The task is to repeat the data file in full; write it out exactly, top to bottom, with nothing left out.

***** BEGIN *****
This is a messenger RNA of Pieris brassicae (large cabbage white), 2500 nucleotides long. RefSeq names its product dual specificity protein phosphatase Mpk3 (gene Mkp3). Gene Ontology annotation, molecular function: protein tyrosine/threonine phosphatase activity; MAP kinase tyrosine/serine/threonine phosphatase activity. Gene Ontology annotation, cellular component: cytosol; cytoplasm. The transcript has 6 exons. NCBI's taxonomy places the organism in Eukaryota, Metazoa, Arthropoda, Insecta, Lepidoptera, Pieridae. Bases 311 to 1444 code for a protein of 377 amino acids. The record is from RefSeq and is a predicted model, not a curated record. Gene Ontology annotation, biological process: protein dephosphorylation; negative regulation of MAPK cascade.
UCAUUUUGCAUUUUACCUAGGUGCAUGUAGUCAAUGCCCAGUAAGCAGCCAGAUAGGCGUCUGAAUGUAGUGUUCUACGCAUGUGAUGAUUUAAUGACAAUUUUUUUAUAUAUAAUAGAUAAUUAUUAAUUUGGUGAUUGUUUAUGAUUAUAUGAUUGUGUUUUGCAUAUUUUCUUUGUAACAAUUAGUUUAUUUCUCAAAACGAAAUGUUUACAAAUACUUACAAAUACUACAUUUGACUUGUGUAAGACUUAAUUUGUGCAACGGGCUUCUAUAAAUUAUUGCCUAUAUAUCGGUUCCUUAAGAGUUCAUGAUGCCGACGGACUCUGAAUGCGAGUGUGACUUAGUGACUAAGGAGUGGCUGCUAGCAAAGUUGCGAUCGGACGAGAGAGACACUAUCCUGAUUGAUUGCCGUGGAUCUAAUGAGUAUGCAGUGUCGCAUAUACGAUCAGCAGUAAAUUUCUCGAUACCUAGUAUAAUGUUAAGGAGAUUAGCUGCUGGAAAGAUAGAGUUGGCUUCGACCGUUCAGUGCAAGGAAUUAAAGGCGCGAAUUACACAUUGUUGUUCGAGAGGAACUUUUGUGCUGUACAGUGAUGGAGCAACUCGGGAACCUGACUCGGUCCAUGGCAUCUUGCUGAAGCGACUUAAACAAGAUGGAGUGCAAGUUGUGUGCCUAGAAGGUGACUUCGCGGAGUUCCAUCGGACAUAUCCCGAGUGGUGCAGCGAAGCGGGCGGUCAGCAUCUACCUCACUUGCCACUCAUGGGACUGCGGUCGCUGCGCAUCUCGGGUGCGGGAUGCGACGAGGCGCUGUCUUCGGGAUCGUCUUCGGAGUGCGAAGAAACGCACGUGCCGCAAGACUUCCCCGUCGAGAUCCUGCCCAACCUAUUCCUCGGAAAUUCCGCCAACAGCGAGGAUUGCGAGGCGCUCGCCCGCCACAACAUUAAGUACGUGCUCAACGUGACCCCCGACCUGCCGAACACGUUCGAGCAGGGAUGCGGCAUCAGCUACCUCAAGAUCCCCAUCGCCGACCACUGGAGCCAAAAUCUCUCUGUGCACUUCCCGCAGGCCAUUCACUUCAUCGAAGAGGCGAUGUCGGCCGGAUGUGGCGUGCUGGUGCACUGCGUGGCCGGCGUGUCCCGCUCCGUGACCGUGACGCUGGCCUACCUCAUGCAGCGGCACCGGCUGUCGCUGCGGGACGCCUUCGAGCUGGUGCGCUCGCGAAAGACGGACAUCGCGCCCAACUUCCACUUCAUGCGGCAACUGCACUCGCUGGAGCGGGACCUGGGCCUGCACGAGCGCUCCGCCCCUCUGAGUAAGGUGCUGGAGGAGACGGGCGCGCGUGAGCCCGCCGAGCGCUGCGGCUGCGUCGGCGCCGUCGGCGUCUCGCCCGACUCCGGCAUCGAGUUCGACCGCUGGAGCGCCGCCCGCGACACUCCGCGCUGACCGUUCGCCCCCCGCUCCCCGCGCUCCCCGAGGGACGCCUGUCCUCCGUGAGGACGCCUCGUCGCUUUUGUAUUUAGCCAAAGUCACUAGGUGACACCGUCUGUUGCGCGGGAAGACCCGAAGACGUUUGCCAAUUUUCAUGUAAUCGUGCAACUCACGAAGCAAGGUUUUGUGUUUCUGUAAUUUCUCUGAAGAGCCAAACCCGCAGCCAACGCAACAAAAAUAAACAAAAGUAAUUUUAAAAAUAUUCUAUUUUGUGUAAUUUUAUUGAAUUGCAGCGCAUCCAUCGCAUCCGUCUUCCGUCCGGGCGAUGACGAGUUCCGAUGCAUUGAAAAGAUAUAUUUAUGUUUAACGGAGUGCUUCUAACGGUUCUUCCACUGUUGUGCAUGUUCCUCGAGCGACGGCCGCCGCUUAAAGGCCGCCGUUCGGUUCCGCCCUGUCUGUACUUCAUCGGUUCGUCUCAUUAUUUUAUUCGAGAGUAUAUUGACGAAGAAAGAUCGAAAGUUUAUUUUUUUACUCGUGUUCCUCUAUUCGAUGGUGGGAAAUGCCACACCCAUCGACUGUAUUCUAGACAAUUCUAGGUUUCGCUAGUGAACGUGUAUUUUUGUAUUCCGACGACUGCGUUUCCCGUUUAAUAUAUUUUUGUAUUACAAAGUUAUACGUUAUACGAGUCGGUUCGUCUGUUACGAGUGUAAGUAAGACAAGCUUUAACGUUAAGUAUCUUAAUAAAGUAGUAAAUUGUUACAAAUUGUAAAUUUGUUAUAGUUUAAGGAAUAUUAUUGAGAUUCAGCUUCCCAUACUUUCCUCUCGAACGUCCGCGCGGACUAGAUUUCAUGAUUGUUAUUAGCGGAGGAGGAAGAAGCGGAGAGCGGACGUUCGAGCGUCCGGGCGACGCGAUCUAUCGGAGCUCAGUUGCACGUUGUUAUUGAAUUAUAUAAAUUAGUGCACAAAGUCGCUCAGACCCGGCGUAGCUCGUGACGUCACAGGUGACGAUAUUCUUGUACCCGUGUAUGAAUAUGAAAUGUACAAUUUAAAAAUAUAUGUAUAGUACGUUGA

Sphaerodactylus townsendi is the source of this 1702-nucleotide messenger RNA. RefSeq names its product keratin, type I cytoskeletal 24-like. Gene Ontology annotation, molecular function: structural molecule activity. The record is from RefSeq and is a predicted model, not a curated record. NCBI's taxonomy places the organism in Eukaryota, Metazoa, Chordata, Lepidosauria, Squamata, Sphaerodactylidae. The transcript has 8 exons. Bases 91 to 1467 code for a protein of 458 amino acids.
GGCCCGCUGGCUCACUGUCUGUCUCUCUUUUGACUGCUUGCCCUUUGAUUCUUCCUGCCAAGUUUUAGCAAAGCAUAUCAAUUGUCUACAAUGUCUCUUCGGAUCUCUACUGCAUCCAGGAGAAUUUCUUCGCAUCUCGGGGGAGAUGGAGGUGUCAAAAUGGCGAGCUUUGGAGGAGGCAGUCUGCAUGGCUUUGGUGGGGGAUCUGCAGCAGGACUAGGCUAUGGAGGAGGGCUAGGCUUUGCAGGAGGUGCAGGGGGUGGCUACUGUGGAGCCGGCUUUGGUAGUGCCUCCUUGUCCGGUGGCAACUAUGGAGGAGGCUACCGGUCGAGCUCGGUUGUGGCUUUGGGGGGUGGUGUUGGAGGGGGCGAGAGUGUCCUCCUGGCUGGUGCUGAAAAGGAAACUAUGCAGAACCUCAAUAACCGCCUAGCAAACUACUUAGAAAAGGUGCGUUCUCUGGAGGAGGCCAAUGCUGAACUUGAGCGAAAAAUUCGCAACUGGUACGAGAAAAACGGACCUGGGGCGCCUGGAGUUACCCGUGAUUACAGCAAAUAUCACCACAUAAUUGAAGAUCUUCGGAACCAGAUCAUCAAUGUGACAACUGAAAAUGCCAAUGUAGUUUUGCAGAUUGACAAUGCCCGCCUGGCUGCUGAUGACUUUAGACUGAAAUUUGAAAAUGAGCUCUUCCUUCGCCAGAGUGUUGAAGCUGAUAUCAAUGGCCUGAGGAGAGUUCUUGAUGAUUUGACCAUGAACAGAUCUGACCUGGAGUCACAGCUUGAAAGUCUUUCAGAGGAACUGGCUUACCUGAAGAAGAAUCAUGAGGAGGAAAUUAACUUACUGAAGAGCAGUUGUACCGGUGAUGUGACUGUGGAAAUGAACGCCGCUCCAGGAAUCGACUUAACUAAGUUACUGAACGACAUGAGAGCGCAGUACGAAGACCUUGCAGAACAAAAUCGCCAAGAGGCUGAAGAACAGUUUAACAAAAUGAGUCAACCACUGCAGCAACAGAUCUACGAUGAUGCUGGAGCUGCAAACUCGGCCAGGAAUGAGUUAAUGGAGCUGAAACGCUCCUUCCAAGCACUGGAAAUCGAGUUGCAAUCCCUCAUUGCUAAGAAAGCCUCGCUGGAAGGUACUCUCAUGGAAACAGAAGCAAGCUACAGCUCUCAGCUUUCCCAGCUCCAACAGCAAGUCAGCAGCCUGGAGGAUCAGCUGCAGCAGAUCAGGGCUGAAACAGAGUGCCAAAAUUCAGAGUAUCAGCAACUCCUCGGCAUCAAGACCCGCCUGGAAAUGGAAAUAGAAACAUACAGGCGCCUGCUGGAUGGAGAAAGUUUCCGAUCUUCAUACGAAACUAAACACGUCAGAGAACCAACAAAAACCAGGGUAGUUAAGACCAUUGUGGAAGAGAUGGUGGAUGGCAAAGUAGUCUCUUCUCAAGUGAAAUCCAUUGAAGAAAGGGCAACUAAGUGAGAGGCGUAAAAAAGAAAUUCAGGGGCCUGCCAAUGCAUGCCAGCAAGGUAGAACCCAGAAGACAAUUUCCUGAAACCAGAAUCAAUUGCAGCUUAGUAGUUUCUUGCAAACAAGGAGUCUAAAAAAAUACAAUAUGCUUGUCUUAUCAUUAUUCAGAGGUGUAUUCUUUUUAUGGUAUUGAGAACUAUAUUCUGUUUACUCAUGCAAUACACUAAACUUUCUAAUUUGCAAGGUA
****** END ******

This is a messenger RNA of Pieris brassicae (large cabbage white), 2500 nucleotides long. RefSeq names its product dual specificity protein phosphatase Mpk3 (gene Mkp3). Gene Ontology annotation, molecular function: protein tyrosine/threonine phosphatase activity; MAP kinase tyrosine/serine/threonine phosphatase activity. Gene Ontology annotation, cellular component: cytosol; cytoplasm. The transcript has 6 exons. NCBI's taxonomy places the organism in Eukaryota, Metazoa, Arthropoda, Insecta, Lepidoptera, Pieridae. Bases 311 to 1444 code for a protein of 377 amino acids. The record is from RefSeq and is a predicted model, not a curated record. Gene Ontology annotation, biological process: protein dephosphorylation; negative regulation of MAPK cascade.
UCAUUUUGCAUUUUACCUAGGUGCAUGUAGUCAAUGCCCAGUAAGCAGCCAGAUAGGCGUCUGAAUGUAGUGUUCUACGCAUGUGAUGAUUUAAUGACAAUUUUUUUAUAUAUAAUAGAUAAUUAUUAAUUUGGUGAUUGUUUAUGAUUAUAUGAUUGUGUUUUGCAUAUUUUCUUUGUAACAAUUAGUUUAUUUCUCAAAACGAAAUGUUUACAAAUACUUACAAAUACUACAUUUGACUUGUGUAAGACUUAAUUUGUGCAACGGGCUUCUAUAAAUUAUUGCCUAUAUAUCGGUUCCUUAAGAGUUCAUGAUGCCGACGGACUCUGAAUGCGAGUGUGACUUAGUGACUAAGGAGUGGCUGCUAGCAAAGUUGCGAUCGGACGAGAGAGACACUAUCCUGAUUGAUUGCCGUGGAUCUAAUGAGUAUGCAGUGUCGCAUAUACGAUCAGCAGUAAAUUUCUCGAUACCUAGUAUAAUGUUAAGGAGAUUAGCUGCUGGAAAGAUAGAGUUGGCUUCGACCGUUCAGUGCAAGGAAUUAAAGGCGCGAAUUACACAUUGUUGUUCGAGAGGAACUUUUGUGCUGUACAGUGAUGGAGCAACUCGGGAACCUGACUCGGUCCAUGGCAUCUUGCUGAAGCGACUUAAACAAGAUGGAGUGCAAGUUGUGUGCCUAGAAGGUGACUUCGCGGAGUUCCAUCGGACAUAUCCCGAGUGGUGCAGCGAAGCGGGCGGUCAGCAUCUACCUCACUUGCCACUCAUGGGACUGCGGUCGCUGCGCAUCUCGGGUGCGGGAUGCGACGAGGCGCUGUCUUCGGGAUCGUCUUCGGAGUGCGAAGAAACGCACGUGCCGCAAGACUUCCCCGUCGAGAUCCUGCCCAACCUAUUCCUCGGAAAUUCCGCCAACAGCGAGGAUUGCGAGGCGCUCGCCCGCCACAACAUUAAGUACGUGCUCAACGUGACCCCCGACCUGCCGAACACGUUCGAGCAGGGAUGCGGCAUCAGCUACCUCAAGAUCCCCAUCGCCGACCACUGGAGCCAAAAUCUCUCUGUGCACUUCCCGCAGGCCAUUCACUUCAUCGAAGAGGCGAUGUCGGCCGGAUGUGGCGUGCUGGUGCACUGCGUGGCCGGCGUGUCCCGCUCCGUGACCGUGACGCUGGCCUACCUCAUGCAGCGGCACCGGCUGUCGCUGCGGGACGCCUUCGAGCUGGUGCGCUCGCGAAAGACGGACAUCGCGCCCAACUUCCACUUCAUGCGGCAACUGCACUCGCUGGAGCGGGACCUGGGCCUGCACGAGCGCUCCGCCCCUCUGAGUAAGGUGCUGGAGGAGACGGGCGCGCGUGAGCCCGCCGAGCGCUGCGGCUGCGUCGGCGCCGUCGGCGUCUCGCCCGACUCCGGCAUCGAGUUCGACCGCUGGAGCGCCGCCCGCGACACUCCGCGCUGACCGUUCGCCCCCCGCUCCCCGCGCUCCCCGAGGGACGCCUGUCCUCCGUGAGGACGCCUCGUCGCUUUUGUAUUUAGCCAAAGUCACUAGGUGACACCGUCUGUUGCGCGGGAAGACCCGAAGACGUUUGCCAAUUUUCAUGUAAUCGUGCAACUCACGAAGCAAGGUUUUGUGUUUCUGUAAUUUCUCUGAAGAGCCAAACCCGCAGCCAACGCAACAAAAAUAAACAAAAGUAAUUUUAAAAAUAUUCUAUUUUGUGUAAUUUUAUUGAAUUGCAGCGCAUCCAUCGCAUCCGUCUUCCGUCCGGGCGAUGACGAGUUCCGAUGCAUUGAAAAGAUAUAUUUAUGUUUAACGGAGUGCUUCUAACGGUUCUUCCACUGUUGUGCAUGUUCCUCGAGCGACGGCCGCCGCUUAAAGGCCGCCGUUCGGUUCCGCCCUGUCUGUACUUCAUCGGUUCGUCUCAUUAUUUUAUUCGAGAGUAUAUUGACGAAGAAAGAUCGAAAGUUUAUUUUUUUACUCGUGUUCCUCUAUUCGAUGGUGGGAAAUGCCACACCCAUCGACUGUAUUCUAGACAAUUCUAGGUUUCGCUAGUGAACGUGUAUUUUUGUAUUCCGACGACUGCGUUUCCCGUUUAAUAUAUUUUUGUAUUACAAAGUUAUACGUUAUACGAGUCGGUUCGUCUGUUACGAGUGUAAGUAAGACAAGCUUUAACGUUAAGUAUCUUAAUAAAGUAGUAAAUUGUUACAAAUUGUAAAUUUGUUAUAGUUUAAGGAAUAUUAUUGAGAUUCAGCUUCCCAUACUUUCCUCUCGAACGUCCGCGCGGACUAGAUUUCAUGAUUGUUAUUAGCGGAGGAGGAAGAAGCGGAGAGCGGACGUUCGAGCGUCCGGGCGACGCGAUCUAUCGGAGCUCAGUUGCACGUUGUUAUUGAAUUAUAUAAAUUAGUGCACAAAGUCGCUCAGACCCGGCGUAGCUCGUGACGUCACAGGUGACGAUAUUCUUGUACCCGUGUAUGAAUAUGAAAUGUACAAUUUAAAAAUAUAUGUAUAGUACGUUGA

Sphaerodactylus townsendi is the source of this 1702-nucleotide messenger RNA. RefSeq names its product keratin, type I cytoskeletal 24-like. Gene Ontology annotation, molecular function: structural molecule activity. The record is from RefSeq and is a predicted model, not a curated record. NCBI's taxonomy places the organism in Eukaryota, Metazoa, Chordata, Lepidosauria, Squamata, Sphaerodactylidae. The transcript has 8 exons. Bases 91 to 1467 code for a protein of 458 amino acids.
GGCCCGCUGGCUCACUGUCUGUCUCUCUUUUGACUGCUUGCCCUUUGAUUCUUCCUGCCAAGUUUUAGCAAAGCAUAUCAAUUGUCUACAAUGUCUCUUCGGAUCUCUACUGCAUCCAGGAGAAUUUCUUCGCAUCUCGGGGGAGAUGGAGGUGUCAAAAUGGCGAGCUUUGGAGGAGGCAGUCUGCAUGGCUUUGGUGGGGGAUCUGCAGCAGGACUAGGCUAUGGAGGAGGGCUAGGCUUUGCAGGAGGUGCAGGGGGUGGCUACUGUGGAGCCGGCUUUGGUAGUGCCUCCUUGUCCGGUGGCAACUAUGGAGGAGGCUACCGGUCGAGCUCGGUUGUGGCUUUGGGGGGUGGUGUUGGAGGGGGCGAGAGUGUCCUCCUGGCUGGUGCUGAAAAGGAAACUAUGCAGAACCUCAAUAACCGCCUAGCAAACUACUUAGAAAAGGUGCGUUCUCUGGAGGAGGCCAAUGCUGAACUUGAGCGAAAAAUUCGCAACUGGUACGAGAAAAACGGACCUGGGGCGCCUGGAGUUACCCGUGAUUACAGCAAAUAUCACCACAUAAUUGAAGAUCUUCGGAACCAGAUCAUCAAUGUGACAACUGAAAAUGCCAAUGUAGUUUUGCAGAUUGACAAUGCCCGCCUGGCUGCUGAUGACUUUAGACUGAAAUUUGAAAAUGAGCUCUUCCUUCGCCAGAGUGUUGAAGCUGAUAUCAAUGGCCUGAGGAGAGUUCUUGAUGAUUUGACCAUGAACAGAUCUGACCUGGAGUCACAGCUUGAAAGUCUUUCAGAGGAACUGGCUUACCUGAAGAAGAAUCAUGAGGAGGAAAUUAACUUACUGAAGAGCAGUUGUACCGGUGAUGUGACUGUGGAAAUGAACGCCGCUCCAGGAAUCGACUUAACUAAGUUACUGAACGACAUGAGAGCGCAGUACGAAGACCUUGCAGAACAAAAUCGCCAAGAGGCUGAAGAACAGUUUAACAAAAUGAGUCAACCACUGCAGCAACAGAUCUACGAUGAUGCUGGAGCUGCAAACUCGGCCAGGAAUGAGUUAAUGGAGCUGAAACGCUCCUUCCAAGCACUGGAAAUCGAGUUGCAAUCCCUCAUUGCUAAGAAAGCCUCGCUGGAAGGUACUCUCAUGGAAACAGAAGCAAGCUACAGCUCUCAGCUUUCCCAGCUCCAACAGCAAGUCAGCAGCCUGGAGGAUCAGCUGCAGCAGAUCAGGGCUGAAACAGAGUGCCAAAAUUCAGAGUAUCAGCAACUCCUCGGCAUCAAGACCCGCCUGGAAAUGGAAAUAGAAACAUACAGGCGCCUGCUGGAUGGAGAAAGUUUCCGAUCUUCAUACGAAACUAAACACGUCAGAGAACCAACAAAAACCAGGGUAGUUAAGACCAUUGUGGAAGAGAUGGUGGAUGGCAAAGUAGUCUCUUCUCAAGUGAAAUCCAUUGAAGAAAGGGCAACUAAGUGAGAGGCGUAAAAAAGAAAUUCAGGGGCCUGCCAAUGCAUGCCAGCAAGGUAGAACCCAGAAGACAAUUUCCUGAAACCAGAAUCAAUUGCAGCUUAGUAGUUUCUUGCAAACAAGGAGUCUAAAAAAAUACAAUAUGCUUGUCUUAUCAUUAUUCAGAGGUGUAUUCUUUUUAUGGUAUUGAGAACUAUAUUCUGUUUACUCAUGCAAUACACUAAACUUUCUAAUUUGCAAGGUA